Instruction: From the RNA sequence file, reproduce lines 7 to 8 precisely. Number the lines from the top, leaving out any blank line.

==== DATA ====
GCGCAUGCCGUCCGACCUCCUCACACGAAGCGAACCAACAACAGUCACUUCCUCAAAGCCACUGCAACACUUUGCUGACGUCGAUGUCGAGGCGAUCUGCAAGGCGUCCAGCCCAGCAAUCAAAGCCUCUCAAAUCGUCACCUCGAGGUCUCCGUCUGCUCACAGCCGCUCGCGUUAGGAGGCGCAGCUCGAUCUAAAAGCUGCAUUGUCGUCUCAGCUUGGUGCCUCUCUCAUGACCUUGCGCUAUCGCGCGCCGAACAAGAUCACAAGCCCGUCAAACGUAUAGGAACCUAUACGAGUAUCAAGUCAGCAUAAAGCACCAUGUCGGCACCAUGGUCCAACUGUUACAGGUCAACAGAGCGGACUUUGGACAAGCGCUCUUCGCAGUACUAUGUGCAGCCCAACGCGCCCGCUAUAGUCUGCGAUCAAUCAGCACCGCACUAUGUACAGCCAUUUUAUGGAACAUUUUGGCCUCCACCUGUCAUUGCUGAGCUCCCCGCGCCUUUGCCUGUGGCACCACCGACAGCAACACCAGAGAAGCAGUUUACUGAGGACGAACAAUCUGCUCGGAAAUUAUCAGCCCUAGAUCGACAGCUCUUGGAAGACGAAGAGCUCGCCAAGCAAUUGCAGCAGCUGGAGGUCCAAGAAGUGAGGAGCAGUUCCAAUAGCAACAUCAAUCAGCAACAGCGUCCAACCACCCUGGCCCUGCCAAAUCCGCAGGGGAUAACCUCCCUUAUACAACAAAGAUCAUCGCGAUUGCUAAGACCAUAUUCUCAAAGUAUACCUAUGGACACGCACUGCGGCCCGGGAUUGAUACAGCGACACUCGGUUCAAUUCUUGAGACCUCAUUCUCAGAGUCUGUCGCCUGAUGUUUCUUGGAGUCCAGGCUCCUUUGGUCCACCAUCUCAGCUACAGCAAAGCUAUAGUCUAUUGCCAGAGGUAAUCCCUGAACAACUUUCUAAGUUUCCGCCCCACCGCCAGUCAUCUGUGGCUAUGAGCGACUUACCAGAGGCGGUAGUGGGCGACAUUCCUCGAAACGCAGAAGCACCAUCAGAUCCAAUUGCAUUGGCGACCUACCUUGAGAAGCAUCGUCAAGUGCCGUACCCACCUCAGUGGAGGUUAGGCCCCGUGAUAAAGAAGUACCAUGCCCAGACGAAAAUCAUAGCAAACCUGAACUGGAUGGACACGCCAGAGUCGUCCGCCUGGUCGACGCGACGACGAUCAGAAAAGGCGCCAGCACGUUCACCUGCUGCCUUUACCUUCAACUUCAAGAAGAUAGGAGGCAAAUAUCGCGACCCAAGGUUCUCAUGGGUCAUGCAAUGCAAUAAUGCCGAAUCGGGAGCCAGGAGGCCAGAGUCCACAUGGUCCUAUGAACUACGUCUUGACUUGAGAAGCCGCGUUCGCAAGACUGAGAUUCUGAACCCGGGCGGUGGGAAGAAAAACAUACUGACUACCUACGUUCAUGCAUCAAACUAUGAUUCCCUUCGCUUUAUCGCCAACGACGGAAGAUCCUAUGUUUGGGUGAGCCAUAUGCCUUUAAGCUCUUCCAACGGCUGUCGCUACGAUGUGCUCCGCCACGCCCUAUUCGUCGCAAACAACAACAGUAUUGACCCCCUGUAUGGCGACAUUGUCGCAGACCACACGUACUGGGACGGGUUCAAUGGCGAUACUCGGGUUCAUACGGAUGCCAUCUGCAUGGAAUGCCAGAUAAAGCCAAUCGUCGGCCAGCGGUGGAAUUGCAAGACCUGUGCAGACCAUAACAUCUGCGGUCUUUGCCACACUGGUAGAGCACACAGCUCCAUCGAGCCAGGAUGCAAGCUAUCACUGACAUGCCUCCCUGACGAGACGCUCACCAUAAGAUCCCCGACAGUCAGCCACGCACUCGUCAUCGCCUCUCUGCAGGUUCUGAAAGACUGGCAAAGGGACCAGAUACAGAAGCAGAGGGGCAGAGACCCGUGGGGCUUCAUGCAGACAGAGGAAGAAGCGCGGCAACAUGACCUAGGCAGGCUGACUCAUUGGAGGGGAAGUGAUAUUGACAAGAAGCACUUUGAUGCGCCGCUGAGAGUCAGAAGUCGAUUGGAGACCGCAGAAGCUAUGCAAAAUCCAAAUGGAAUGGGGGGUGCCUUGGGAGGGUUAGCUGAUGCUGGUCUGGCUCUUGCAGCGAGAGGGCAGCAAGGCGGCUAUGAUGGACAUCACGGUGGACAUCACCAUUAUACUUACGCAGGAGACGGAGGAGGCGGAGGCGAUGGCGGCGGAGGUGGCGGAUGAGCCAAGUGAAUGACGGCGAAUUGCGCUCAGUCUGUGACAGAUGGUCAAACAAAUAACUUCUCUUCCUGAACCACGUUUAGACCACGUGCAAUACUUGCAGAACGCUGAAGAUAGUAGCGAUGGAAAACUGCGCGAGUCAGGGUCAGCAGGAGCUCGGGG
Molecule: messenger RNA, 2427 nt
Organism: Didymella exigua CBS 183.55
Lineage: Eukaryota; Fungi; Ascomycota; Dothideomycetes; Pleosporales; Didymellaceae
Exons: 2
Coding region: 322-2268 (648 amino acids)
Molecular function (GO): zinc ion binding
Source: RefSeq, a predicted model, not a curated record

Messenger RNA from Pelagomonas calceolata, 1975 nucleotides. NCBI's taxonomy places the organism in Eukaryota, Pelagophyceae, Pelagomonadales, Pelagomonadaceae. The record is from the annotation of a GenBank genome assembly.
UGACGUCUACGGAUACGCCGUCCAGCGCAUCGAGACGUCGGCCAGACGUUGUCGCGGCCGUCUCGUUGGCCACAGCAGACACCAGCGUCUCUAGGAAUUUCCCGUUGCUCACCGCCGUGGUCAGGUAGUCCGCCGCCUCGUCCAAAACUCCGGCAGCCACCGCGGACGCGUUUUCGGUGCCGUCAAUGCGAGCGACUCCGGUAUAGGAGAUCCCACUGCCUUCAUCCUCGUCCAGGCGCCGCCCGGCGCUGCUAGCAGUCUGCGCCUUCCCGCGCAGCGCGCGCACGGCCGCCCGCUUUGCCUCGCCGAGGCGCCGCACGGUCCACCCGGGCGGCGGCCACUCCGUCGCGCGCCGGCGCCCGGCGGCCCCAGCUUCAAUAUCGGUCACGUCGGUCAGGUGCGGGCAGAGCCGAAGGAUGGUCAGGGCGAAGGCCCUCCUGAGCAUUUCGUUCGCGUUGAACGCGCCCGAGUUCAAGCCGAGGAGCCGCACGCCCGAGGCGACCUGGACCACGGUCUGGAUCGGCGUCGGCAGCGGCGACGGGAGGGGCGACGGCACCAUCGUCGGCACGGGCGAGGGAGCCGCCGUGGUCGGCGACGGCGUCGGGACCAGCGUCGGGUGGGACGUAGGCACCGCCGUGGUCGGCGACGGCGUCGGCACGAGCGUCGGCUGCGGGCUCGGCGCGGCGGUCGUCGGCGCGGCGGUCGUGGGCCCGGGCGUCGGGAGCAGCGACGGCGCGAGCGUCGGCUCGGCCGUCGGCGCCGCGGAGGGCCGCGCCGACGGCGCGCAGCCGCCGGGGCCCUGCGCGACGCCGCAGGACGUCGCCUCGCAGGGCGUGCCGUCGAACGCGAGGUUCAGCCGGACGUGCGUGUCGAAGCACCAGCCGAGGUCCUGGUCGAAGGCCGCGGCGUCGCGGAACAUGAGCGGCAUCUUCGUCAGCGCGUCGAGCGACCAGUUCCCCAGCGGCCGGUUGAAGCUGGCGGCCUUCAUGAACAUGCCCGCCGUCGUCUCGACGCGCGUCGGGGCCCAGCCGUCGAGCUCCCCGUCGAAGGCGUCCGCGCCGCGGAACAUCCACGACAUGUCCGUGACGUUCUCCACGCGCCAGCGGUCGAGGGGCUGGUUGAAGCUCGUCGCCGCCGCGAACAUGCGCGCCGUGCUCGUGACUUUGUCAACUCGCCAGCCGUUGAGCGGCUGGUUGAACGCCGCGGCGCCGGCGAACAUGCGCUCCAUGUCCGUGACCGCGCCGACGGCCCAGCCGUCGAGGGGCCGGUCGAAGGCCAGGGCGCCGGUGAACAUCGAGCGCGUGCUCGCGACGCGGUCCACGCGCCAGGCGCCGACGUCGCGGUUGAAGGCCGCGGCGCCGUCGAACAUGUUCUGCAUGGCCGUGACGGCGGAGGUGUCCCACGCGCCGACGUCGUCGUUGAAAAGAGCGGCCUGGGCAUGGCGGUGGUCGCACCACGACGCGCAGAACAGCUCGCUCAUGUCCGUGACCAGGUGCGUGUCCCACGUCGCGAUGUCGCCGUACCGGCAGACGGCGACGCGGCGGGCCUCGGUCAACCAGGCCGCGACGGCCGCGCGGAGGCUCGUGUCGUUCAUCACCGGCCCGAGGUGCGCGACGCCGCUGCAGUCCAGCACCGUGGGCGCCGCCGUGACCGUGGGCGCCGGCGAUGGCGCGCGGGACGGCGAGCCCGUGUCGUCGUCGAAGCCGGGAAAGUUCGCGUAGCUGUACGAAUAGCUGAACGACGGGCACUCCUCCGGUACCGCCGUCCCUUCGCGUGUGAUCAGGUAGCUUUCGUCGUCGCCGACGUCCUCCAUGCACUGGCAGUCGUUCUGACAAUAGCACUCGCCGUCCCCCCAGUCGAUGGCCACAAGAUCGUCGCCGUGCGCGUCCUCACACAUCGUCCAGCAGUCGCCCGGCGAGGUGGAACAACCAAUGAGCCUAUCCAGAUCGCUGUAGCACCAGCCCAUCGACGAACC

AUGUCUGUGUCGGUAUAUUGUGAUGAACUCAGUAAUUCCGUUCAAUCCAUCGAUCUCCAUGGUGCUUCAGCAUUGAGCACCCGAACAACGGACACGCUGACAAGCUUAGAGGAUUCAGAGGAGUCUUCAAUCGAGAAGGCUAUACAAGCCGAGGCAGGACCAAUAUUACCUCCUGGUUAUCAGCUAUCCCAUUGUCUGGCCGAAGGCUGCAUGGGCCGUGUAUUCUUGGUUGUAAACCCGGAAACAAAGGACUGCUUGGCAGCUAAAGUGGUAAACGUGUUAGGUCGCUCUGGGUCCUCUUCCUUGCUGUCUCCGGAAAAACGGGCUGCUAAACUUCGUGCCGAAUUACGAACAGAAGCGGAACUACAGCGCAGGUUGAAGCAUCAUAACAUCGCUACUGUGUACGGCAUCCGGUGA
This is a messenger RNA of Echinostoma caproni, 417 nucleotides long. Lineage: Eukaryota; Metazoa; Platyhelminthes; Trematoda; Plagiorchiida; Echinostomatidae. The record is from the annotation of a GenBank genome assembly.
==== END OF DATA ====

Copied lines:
Molecular function (GO): zinc ion binding
Source: RefSeq, a predicted model, not a curated record